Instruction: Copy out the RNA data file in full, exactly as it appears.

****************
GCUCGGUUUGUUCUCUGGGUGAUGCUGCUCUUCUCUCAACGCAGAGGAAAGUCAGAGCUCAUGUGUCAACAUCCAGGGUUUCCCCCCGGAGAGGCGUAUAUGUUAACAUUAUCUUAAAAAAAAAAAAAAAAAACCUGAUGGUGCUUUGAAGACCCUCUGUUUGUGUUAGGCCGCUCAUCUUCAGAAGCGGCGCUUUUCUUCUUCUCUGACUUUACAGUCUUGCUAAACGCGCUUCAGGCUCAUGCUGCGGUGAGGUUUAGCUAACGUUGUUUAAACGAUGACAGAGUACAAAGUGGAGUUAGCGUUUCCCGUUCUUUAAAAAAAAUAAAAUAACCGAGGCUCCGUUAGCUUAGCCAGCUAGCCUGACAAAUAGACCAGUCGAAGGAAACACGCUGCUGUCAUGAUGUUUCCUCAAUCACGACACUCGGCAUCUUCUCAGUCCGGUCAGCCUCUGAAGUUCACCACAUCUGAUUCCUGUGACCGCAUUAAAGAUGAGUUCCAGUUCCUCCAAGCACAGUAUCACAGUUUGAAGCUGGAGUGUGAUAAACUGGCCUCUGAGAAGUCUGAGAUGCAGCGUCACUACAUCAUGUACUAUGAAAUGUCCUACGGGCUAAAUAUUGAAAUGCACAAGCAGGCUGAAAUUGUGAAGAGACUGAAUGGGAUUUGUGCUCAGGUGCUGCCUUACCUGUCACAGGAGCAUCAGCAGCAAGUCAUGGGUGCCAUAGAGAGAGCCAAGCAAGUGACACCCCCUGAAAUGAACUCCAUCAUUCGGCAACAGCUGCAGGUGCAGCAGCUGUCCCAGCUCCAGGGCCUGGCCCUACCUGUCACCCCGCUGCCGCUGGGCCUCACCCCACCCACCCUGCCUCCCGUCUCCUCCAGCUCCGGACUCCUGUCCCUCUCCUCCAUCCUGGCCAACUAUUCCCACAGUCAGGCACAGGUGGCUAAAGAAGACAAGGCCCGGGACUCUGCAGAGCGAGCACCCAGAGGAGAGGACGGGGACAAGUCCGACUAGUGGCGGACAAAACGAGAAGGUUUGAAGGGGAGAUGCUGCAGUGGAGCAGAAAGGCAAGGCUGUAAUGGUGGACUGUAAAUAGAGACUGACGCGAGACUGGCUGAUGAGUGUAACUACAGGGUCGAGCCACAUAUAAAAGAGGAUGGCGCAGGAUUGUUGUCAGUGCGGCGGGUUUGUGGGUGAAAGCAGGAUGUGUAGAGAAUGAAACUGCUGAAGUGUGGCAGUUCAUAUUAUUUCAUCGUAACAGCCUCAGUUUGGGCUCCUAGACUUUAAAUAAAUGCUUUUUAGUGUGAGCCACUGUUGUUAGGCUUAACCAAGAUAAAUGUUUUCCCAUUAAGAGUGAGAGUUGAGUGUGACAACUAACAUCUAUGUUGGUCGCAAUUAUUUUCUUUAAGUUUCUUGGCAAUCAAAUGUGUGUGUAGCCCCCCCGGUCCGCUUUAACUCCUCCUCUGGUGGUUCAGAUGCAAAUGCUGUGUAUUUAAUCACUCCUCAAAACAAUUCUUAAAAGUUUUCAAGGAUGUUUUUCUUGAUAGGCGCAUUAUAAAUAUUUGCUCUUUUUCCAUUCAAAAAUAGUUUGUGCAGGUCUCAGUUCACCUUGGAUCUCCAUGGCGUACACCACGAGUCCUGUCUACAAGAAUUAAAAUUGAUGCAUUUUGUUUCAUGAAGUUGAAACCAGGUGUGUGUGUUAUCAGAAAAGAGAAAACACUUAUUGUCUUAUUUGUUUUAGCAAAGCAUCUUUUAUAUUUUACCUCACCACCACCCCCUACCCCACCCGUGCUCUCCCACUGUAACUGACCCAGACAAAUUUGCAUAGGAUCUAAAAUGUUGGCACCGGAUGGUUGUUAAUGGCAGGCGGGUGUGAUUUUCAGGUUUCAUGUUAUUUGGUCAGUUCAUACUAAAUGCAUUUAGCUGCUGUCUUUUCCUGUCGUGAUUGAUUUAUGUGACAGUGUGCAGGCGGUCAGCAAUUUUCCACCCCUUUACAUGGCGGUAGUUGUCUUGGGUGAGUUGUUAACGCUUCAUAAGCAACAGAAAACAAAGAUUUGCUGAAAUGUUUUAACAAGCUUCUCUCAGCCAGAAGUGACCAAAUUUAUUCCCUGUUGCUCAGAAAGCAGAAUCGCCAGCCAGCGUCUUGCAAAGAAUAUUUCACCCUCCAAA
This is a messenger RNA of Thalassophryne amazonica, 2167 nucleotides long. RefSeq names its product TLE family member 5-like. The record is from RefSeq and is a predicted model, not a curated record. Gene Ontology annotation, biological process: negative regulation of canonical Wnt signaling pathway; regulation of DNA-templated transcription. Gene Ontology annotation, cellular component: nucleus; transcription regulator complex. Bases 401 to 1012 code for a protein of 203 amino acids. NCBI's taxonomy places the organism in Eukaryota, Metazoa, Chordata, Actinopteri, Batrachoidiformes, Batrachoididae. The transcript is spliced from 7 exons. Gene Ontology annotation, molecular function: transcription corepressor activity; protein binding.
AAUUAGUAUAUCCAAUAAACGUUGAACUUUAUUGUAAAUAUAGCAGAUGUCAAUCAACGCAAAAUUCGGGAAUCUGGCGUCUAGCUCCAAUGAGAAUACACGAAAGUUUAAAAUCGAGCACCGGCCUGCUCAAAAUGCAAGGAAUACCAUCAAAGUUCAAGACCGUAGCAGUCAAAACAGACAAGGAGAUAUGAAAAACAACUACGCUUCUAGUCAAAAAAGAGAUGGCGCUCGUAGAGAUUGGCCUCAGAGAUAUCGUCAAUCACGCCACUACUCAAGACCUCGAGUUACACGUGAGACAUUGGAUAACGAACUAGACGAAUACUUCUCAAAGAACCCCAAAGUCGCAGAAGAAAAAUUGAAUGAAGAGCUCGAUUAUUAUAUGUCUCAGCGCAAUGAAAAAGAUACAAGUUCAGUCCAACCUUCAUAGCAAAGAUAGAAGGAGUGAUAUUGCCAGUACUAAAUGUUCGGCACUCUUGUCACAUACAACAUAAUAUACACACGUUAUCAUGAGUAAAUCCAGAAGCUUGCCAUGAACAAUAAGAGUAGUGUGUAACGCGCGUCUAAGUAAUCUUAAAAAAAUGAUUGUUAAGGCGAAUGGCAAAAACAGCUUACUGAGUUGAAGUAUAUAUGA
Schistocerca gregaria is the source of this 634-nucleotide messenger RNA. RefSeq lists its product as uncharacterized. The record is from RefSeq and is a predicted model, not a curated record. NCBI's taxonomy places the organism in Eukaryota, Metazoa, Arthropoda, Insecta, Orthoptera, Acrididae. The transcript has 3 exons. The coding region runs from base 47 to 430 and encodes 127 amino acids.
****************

GCUCGGUUUGUUCUCUGGGUGAUGCUGCUCUUCUCUCAACGCAGAGGAAAGUCAGAGCUCAUGUGUCAACAUCCAGGGUUUCCCCCCGGAGAGGCGUAUAUGUUAACAUUAUCUUAAAAAAAAAAAAAAAAAACCUGAUGGUGCUUUGAAGACCCUCUGUUUGUGUUAGGCCGCUCAUCUUCAGAAGCGGCGCUUUUCUUCUUCUCUGACUUUACAGUCUUGCUAAACGCGCUUCAGGCUCAUGCUGCGGUGAGGUUUAGCUAACGUUGUUUAAACGAUGACAGAGUACAAAGUGGAGUUAGCGUUUCCCGUUCUUUAAAAAAAAUAAAAUAACCGAGGCUCCGUUAGCUUAGCCAGCUAGCCUGACAAAUAGACCAGUCGAAGGAAACACGCUGCUGUCAUGAUGUUUCCUCAAUCACGACACUCGGCAUCUUCUCAGUCCGGUCAGCCUCUGAAGUUCACCACAUCUGAUUCCUGUGACCGCAUUAAAGAUGAGUUCCAGUUCCUCCAAGCACAGUAUCACAGUUUGAAGCUGGAGUGUGAUAAACUGGCCUCUGAGAAGUCUGAGAUGCAGCGUCACUACAUCAUGUACUAUGAAAUGUCCUACGGGCUAAAUAUUGAAAUGCACAAGCAGGCUGAAAUUGUGAAGAGACUGAAUGGGAUUUGUGCUCAGGUGCUGCCUUACCUGUCACAGGAGCAUCAGCAGCAAGUCAUGGGUGCCAUAGAGAGAGCCAAGCAAGUGACACCCCCUGAAAUGAACUCCAUCAUUCGGCAACAGCUGCAGGUGCAGCAGCUGUCCCAGCUCCAGGGCCUGGCCCUACCUGUCACCCCGCUGCCGCUGGGCCUCACCCCACCCACCCUGCCUCCCGUCUCCUCCAGCUCCGGACUCCUGUCCCUCUCCUCCAUCCUGGCCAACUAUUCCCACAGUCAGGCACAGGUGGCUAAAGAAGACAAGGCCCGGGACUCUGCAGAGCGAGCACCCAGAGGAGAGGACGGGGACAAGUCCGACUAGUGGCGGACAAAACGAGAAGGUUUGAAGGGGAGAUGCUGCAGUGGAGCAGAAAGGCAAGGCUGUAAUGGUGGACUGUAAAUAGAGACUGACGCGAGACUGGCUGAUGAGUGUAACUACAGGGUCGAGCCACAUAUAAAAGAGGAUGGCGCAGGAUUGUUGUCAGUGCGGCGGGUUUGUGGGUGAAAGCAGGAUGUGUAGAGAAUGAAACUGCUGAAGUGUGGCAGUUCAUAUUAUUUCAUCGUAACAGCCUCAGUUUGGGCUCCUAGACUUUAAAUAAAUGCUUUUUAGUGUGAGCCACUGUUGUUAGGCUUAACCAAGAUAAAUGUUUUCCCAUUAAGAGUGAGAGUUGAGUGUGACAACUAACAUCUAUGUUGGUCGCAAUUAUUUUCUUUAAGUUUCUUGGCAAUCAAAUGUGUGUGUAGCCCCCCCGGUCCGCUUUAACUCCUCCUCUGGUGGUUCAGAUGCAAAUGCUGUGUAUUUAAUCACUCCUCAAAACAAUUCUUAAAAGUUUUCAAGGAUGUUUUUCUUGAUAGGCGCAUUAUAAAUAUUUGCUCUUUUUCCAUUCAAAAAUAGUUUGUGCAGGUCUCAGUUCACCUUGGAUCUCCAUGGCGUACACCACGAGUCCUGUCUACAAGAAUUAAAAUUGAUGCAUUUUGUUUCAUGAAGUUGAAACCAGGUGUGUGUGUUAUCAGAAAAGAGAAAACACUUAUUGUCUUAUUUGUUUUAGCAAAGCAUCUUUUAUAUUUUACCUCACCACCACCCCCUACCCCACCCGUGCUCUCCCACUGUAACUGACCCAGACAAAUUUGCAUAGGAUCUAAAAUGUUGGCACCGGAUGGUUGUUAAUGGCAGGCGGGUGUGAUUUUCAGGUUUCAUGUUAUUUGGUCAGUUCAUACUAAAUGCAUUUAGCUGCUGUCUUUUCCUGUCGUGAUUGAUUUAUGUGACAGUGUGCAGGCGGUCAGCAAUUUUCCACCCCUUUACAUGGCGGUAGUUGUCUUGGGUGAGUUGUUAACGCUUCAUAAGCAACAGAAAACAAAGAUUUGCUGAAAUGUUUUAACAAGCUUCUCUCAGCCAGAAGUGACCAAAUUUAUUCCCUGUUGCUCAGAAAGCAGAAUCGCCAGCCAGCGUCUUGCAAAGAAUAUUUCACCCUCCAAA
This is a messenger RNA of Thalassophryne amazonica, 2167 nucleotides long. RefSeq names its product TLE family member 5-like. The record is from RefSeq and is a predicted model, not a curated record. Gene Ontology annotation, biological process: negative regulation of canonical Wnt signaling pathway; regulation of DNA-templated transcription. Gene Ontology annotation, cellular component: nucleus; transcription regulator complex. Bases 401 to 1012 code for a protein of 203 amino acids. NCBI's taxonomy places the organism in Eukaryota, Metazoa, Chordata, Actinopteri, Batrachoidiformes, Batrachoididae. The transcript is spliced from 7 exons. Gene Ontology annotation, molecular function: transcription corepressor activity; protein binding.
AAUUAGUAUAUCCAAUAAACGUUGAACUUUAUUGUAAAUAUAGCAGAUGUCAAUCAACGCAAAAUUCGGGAAUCUGGCGUCUAGCUCCAAUGAGAAUACACGAAAGUUUAAAAUCGAGCACCGGCCUGCUCAAAAUGCAAGGAAUACCAUCAAAGUUCAAGACCGUAGCAGUCAAAACAGACAAGGAGAUAUGAAAAACAACUACGCUUCUAGUCAAAAAAGAGAUGGCGCUCGUAGAGAUUGGCCUCAGAGAUAUCGUCAAUCACGCCACUACUCAAGACCUCGAGUUACACGUGAGACAUUGGAUAACGAACUAGACGAAUACUUCUCAAAGAACCCCAAAGUCGCAGAAGAAAAAUUGAAUGAAGAGCUCGAUUAUUAUAUGUCUCAGCGCAAUGAAAAAGAUACAAGUUCAGUCCAACCUUCAUAGCAAAGAUAGAAGGAGUGAUAUUGCCAGUACUAAAUGUUCGGCACUCUUGUCACAUACAACAUAAUAUACACACGUUAUCAUGAGUAAAUCCAGAAGCUUGCCAUGAACAAUAAGAGUAGUGUGUAACGCGCGUCUAAGUAAUCUUAAAAAAAUGAUUGUUAAGGCGAAUGGCAAAAACAGCUUACUGAGUUGAAGUAUAUAUGA
Schistocerca gregaria is the source of this 634-nucleotide messenger RNA. RefSeq lists its product as uncharacterized. The record is from RefSeq and is a predicted model, not a curated record. NCBI's taxonomy places the organism in Eukaryota, Metazoa, Arthropoda, Insecta, Orthoptera, Acrididae. The transcript has 3 exons. The coding region runs from base 47 to 430 and encodes 127 amino acids.